Grasshoppers are perfectly aware of their own coloration when trying to camouflage
A research team from the Pablo de Olavide University of Seville, led by Pim Edelaar, from the institution's Department of Molecular Biology and Biochemical Engineering, has carried out an experimental study that shows that grasshoppers are perfectly aware of their own coloration when choosing the place that provides them with better camouflage. The research findings, published in the journal Proceedings of the Royal Society B, show how organisms are able to adjust their environment, each according to their individual needs.
"It is often said that to survive and reproduce, organisms have to adapt to their environments. However, it is also possible that the organism 'adapts' the environment to itself. As an example we could take ourselves: if it is cold, we turn on the heating," explains Pim Edelaar, who underlines how the study shows that other organisms also have this ability to adjust their environment.
The study "Experimental evidence that matching habitat choice drives local adaptation in a wild population' focuses on grasshoppers, known for their high degree of camouflage via colors and shapes that can make them almost impossible to detect. "One explanation for the observed camouflage could be natural selection, by which the worst camouflaged individuals would be detected and eaten by predators. In this case, the environment would determine which individuals survive and which do not (that is, natural selection operates). In contrast, what this study shows is that the individual can play a determining role in avoiding the operation of natural selection, that is, there is an adjustment in which the individual is the protagonist," argues the researcher.
"We have studied a population of grasshoppers that is adapting to living on abandoned paved streets of very different colors. We have been able to verify that the grasshoppers are aware of their own color, because they choose the type of substrate most similar to themselves, thus camouflaging themselves better," says Carlos Camacho, first author of the publication.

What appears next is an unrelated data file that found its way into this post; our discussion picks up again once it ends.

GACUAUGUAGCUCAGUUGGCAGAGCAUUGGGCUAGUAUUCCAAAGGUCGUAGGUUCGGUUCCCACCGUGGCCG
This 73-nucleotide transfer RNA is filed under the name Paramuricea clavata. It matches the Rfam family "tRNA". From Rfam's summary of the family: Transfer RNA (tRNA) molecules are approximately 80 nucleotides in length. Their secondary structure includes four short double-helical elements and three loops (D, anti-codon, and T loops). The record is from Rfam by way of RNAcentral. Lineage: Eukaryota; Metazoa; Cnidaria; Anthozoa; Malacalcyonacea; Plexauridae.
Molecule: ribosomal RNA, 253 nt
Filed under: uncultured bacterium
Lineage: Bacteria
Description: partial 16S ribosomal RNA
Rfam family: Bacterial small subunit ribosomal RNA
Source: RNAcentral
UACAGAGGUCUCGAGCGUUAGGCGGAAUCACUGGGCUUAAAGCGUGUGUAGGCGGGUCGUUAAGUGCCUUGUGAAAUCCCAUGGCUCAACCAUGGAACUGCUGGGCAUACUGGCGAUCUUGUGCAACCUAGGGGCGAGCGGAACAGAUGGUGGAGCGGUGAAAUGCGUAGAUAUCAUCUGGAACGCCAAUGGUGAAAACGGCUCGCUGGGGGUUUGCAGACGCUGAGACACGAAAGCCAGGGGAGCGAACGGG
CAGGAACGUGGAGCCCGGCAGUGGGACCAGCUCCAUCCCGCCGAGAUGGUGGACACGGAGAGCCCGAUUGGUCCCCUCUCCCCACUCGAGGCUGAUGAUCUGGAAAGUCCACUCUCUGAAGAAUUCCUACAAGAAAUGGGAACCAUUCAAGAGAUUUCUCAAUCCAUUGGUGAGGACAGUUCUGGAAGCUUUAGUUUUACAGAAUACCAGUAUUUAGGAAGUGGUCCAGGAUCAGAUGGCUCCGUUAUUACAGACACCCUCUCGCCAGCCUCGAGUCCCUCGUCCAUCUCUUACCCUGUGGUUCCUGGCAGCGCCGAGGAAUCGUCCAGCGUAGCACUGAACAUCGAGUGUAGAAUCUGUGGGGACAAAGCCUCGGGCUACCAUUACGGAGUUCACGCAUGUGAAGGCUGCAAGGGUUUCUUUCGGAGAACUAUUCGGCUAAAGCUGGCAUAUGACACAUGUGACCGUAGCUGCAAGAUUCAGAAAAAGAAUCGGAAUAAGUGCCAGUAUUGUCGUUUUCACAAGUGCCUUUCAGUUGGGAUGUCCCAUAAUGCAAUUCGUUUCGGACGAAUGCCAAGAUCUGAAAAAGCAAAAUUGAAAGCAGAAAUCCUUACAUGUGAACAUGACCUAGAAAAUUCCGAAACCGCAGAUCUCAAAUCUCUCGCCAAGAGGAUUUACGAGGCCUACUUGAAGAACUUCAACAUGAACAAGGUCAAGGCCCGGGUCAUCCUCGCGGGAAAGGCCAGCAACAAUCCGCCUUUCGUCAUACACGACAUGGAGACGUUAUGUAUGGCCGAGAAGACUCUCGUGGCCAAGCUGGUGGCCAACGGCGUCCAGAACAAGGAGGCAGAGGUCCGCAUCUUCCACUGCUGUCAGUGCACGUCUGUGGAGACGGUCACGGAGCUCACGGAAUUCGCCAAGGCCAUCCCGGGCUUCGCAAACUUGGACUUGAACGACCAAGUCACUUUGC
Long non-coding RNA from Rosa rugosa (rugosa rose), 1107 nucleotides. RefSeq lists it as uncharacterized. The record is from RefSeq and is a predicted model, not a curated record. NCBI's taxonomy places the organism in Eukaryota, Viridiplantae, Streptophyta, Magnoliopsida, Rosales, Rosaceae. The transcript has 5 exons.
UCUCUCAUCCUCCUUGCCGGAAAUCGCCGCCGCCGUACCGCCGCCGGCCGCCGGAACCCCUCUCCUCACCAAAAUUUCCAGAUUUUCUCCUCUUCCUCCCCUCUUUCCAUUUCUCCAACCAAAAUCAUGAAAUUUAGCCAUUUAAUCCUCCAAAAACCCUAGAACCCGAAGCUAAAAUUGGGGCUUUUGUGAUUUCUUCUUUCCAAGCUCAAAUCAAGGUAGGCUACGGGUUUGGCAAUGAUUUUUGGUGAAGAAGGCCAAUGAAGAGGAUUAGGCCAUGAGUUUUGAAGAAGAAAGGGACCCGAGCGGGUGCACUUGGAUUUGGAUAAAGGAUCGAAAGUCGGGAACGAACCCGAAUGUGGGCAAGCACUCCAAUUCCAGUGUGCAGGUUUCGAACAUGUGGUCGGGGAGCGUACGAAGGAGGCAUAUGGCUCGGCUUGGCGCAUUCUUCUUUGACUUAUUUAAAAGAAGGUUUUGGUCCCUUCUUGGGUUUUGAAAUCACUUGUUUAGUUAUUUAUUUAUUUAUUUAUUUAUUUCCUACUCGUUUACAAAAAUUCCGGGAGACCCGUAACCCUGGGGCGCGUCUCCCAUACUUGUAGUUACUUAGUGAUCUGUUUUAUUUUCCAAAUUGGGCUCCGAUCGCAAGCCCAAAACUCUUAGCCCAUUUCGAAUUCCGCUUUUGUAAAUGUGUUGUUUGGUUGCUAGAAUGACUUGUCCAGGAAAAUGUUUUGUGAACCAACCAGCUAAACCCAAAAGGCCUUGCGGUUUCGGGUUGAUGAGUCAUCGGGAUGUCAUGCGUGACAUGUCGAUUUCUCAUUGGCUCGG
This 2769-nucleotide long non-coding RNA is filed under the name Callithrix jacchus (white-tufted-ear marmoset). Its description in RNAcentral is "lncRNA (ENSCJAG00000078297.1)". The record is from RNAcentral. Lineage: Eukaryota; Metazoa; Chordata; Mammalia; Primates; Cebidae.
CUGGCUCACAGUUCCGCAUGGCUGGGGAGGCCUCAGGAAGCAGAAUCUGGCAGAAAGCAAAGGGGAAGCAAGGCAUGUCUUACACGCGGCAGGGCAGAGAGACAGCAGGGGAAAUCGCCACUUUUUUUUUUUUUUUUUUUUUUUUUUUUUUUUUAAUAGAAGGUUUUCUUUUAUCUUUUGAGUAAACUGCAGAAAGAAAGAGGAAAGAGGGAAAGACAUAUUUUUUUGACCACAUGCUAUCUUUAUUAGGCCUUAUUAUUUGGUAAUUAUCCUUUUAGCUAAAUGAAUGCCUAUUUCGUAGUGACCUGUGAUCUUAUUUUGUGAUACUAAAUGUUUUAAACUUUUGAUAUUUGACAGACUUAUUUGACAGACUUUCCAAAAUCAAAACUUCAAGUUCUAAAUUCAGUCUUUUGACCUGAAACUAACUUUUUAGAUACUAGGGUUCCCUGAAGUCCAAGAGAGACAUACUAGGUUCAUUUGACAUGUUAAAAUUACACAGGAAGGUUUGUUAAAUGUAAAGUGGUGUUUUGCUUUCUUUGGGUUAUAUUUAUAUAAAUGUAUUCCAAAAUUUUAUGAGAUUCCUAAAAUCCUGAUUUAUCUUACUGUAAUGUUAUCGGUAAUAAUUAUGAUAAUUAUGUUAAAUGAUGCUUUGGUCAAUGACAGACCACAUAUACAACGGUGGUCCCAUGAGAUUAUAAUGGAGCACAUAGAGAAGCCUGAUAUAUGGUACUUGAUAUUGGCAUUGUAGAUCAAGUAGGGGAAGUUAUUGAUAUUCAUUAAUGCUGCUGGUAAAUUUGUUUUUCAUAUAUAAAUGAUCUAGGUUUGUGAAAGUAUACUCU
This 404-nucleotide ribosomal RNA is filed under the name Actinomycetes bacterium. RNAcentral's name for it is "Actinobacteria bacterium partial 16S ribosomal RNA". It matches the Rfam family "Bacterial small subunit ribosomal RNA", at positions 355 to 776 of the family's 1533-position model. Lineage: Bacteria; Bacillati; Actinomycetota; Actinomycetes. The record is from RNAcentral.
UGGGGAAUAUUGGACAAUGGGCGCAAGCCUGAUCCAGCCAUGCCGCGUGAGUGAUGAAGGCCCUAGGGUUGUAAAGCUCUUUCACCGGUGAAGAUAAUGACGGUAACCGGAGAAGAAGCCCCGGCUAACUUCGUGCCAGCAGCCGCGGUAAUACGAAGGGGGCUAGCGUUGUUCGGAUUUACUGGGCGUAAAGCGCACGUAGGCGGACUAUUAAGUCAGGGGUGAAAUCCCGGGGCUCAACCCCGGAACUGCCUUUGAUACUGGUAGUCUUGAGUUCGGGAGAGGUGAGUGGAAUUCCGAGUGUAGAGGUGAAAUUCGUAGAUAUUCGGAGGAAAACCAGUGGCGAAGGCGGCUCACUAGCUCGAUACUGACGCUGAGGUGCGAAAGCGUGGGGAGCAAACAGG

To verify this thesis, the researchers changed the color of the grasshoppers with watercolor paint (something that does not affect them more than in their color), and then observed that they modified their use of substrate: individuals painted in dark color moved onto the dark asphalt, and individuals painted in pale color moved onto the pale-tiled sidewalks. "Probably the grasshopper is able to compare the color of its body with that of the substrate, and subsequently chooses the substrate that contrasts the least," says Adrián Baños, another member of the research team.
It is the first time that it has been demonstrated in such detail that variation between individuals affects their choice of environment. "It is logical that this happens, but it is not easy to prove it," says Alberto Sanabria, whose master's thesis was the basis of the article. "When I was following the grasshoppers at 40ºC in the Seville summer, I didn't know what we were going to find, but it certainly was worth the effort and the sweat, literally," he adds.
The researchers point out that the variation between individuals is still often ignored in Biology, but that studies like this demonstrate its relevance. "It is very easy to ignore the differences between individuals and think about the average, but it is the same as in our society: No one is equal to another and the variation between individuals should not be overlooked," says Pim Edelaar. "For example, if a diverse environment becomes a homogeneous environment—for example, due to poor management—a large part of the population would not be comfortable, and could even disappear."